|James Edward "Ed" Haley|
|Birth name||James Edward Haley|
|Also known as||"Blind Ed" Haley|
Warren, Logan County, West Virginia, United States
|Died||February 1951 (aged 65–66)|
|Instruments||fiddle, banjo, mandolin, piano|
|Years active||1888 to 1951|
|Labels||Ed Haley Record Company|
|Associated acts||John W. Hager, Lawrence Hicks, Ella Haley, Bernie Adams, Moses Dalton|
Ed Haley was born in August of 1885 on the Trace Fork of Harts Creek in Logan County, West Virginia. At the time of Ed's birth, Upper Hart was known as Warren. Ed's father, Thomas Milton Haley, was a well-known fiddler in the Guyandotte and Big Sandy valleys. His grandfather, Benjamin R. Haley, was an active Unionist in the Big Sandy River Valley during the American Civil War, as well as a fiddler. Ed's mother, Imogene Mullins, was a daughter of Andrew Jackson and Chloe (Gore) Mullins, and descended from "Money Makin' Sol" Mullins, Appalachia's famous counterfeiter. Milt and Imogene married on March 22, 1884 in Logan County. Ed was an only child.
At the age of three years, Ed contracted measles and subsequently lost his eyesight. Local tradition blames his father for his blindness. Reportedly, Milt dipped Ed head-first into ice cold water when he was crying from fever.
In September 1889, as part of the Lincoln County Feud, Milt Haley was accused along with Green McCoy of shooting Al Brumfield and his wife in Harts, Lincoln County, West Virginia. In mid-October, 1889, Haley and McCoy were captured in Martin County, Kentucky, returned to West Virginia, and murdered by a lynch mob at Green Shoal on October 24, 1889. Haley's and McCoy's brutal slaying garnered nationwide news coverage.
On October 11, 1891, Ed Haley's mother died. Thereafter, he was raised by his maternal grandfather, Jackson Mullins, and uncle, Peter Mullins, on Trace Fork. In 1898, according to county commission records, he was placed in the care of Harrison Blair, a neighbor.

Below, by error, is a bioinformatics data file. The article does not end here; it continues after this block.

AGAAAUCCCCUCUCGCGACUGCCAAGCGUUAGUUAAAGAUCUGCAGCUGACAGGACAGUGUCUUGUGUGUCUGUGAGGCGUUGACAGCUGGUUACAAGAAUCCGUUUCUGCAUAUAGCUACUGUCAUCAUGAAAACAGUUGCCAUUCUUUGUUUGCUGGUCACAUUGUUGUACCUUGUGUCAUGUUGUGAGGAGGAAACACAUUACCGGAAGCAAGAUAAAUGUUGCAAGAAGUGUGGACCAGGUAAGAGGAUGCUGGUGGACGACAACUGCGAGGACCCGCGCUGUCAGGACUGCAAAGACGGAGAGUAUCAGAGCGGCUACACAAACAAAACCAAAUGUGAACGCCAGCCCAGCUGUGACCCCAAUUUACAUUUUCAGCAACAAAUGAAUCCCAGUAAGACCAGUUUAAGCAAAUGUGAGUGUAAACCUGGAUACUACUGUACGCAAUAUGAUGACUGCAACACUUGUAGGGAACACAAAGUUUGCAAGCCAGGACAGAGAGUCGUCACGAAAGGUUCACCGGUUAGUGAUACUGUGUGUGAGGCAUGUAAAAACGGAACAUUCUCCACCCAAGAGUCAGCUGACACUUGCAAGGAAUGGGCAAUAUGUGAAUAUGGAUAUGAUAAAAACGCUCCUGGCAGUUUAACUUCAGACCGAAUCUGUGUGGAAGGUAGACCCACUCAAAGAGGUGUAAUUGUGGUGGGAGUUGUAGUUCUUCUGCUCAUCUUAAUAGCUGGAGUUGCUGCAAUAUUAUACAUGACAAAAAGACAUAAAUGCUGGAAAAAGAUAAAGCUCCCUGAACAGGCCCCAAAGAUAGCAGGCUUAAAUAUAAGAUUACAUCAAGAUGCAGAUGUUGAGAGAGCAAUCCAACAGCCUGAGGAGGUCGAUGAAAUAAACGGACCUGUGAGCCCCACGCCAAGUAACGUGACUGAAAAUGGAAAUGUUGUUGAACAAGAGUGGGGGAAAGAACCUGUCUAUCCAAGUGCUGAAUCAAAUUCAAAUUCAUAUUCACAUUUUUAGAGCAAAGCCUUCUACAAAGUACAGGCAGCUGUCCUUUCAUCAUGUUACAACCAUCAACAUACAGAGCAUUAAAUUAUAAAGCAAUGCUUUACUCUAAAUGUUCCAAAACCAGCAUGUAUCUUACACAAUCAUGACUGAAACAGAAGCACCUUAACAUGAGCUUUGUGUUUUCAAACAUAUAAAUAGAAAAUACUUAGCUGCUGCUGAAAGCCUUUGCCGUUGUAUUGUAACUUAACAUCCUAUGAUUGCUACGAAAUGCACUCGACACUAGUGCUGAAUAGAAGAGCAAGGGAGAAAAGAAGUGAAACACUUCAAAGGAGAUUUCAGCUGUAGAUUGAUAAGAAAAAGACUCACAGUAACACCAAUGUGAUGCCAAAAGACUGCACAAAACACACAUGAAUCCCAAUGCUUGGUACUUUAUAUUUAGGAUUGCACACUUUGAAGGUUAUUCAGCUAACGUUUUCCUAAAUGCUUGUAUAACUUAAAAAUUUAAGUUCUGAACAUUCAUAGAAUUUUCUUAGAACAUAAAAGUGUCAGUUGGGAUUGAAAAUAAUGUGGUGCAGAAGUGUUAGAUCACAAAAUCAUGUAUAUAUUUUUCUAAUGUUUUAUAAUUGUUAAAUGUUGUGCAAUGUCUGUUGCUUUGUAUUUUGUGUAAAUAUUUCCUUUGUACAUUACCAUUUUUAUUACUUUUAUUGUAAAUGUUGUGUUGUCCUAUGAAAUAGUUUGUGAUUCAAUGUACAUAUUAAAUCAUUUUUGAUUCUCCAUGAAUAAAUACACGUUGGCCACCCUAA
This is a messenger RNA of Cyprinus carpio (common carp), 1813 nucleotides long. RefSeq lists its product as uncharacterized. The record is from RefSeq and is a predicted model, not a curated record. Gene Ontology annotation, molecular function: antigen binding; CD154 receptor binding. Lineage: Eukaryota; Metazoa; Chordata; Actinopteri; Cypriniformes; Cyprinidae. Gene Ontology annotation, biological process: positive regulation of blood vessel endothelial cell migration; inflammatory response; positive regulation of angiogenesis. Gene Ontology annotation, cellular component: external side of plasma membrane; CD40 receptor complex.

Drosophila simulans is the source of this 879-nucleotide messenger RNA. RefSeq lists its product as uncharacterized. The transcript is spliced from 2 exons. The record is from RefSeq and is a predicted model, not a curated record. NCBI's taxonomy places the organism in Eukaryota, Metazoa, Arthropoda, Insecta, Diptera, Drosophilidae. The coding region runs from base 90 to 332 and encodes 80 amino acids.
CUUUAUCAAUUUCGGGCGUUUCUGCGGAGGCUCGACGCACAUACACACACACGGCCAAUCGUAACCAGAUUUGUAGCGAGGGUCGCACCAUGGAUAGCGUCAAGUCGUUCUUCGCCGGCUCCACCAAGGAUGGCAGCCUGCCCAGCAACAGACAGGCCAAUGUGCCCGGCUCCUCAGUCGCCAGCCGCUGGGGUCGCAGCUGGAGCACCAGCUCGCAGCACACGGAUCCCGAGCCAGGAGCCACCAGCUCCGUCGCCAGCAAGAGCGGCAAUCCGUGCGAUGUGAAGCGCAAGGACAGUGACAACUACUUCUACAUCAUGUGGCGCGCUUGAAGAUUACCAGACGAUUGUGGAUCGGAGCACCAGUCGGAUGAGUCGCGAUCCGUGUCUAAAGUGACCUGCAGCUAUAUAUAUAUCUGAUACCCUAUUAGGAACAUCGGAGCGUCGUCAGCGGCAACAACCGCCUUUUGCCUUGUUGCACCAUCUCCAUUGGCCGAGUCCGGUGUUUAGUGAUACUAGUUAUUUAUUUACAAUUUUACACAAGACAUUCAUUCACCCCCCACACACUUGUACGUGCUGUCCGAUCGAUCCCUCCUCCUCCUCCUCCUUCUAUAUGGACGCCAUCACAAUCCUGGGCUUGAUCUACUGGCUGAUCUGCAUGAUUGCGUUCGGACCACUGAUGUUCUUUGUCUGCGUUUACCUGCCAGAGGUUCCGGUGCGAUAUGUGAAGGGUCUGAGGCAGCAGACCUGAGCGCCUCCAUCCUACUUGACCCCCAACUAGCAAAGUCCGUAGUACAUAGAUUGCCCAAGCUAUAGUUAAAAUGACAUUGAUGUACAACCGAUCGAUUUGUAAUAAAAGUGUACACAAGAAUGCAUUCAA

When Ed was a boy, his maternal uncle Peter Mullins gave him a fiddle. Ed showed great skill with the instrument and traveled throughout the Guyandotte and Big Sandy Valleys as a young man with other local musicians. He was basically gone from Harts Creek by 1910 but returned to visit family and friends for the remainder of his life.
Ed grew up to be a professional fiddler who traveled widely throughout West Virginia, Ohio, eastern Kentucky and southwestern Virginia. He had a huge repertoire of old-time music that included breakdowns, jigs, waltzes and show tunes, which he performed at square dances, fairs, street corners, fiddle contests and courthouse squares.
On July 1, 1918, Ed married Martha Ella Trumbo, a blind piano teacher from Morehead, Kentucky. Her parents had been involved in the Martin-Tolliver Feud in Rowan County, Kentucky. Ella was educated at the Kentucky School for the Blind in Louisville, Kentucky. She played mandolin and accordion with her husband for many years. The Haleys lived briefly at Frogtown in West Ashland, Kentucky. Later, they raised a family in Catlettsburg, Kentucky. They spent their final years in Ashland.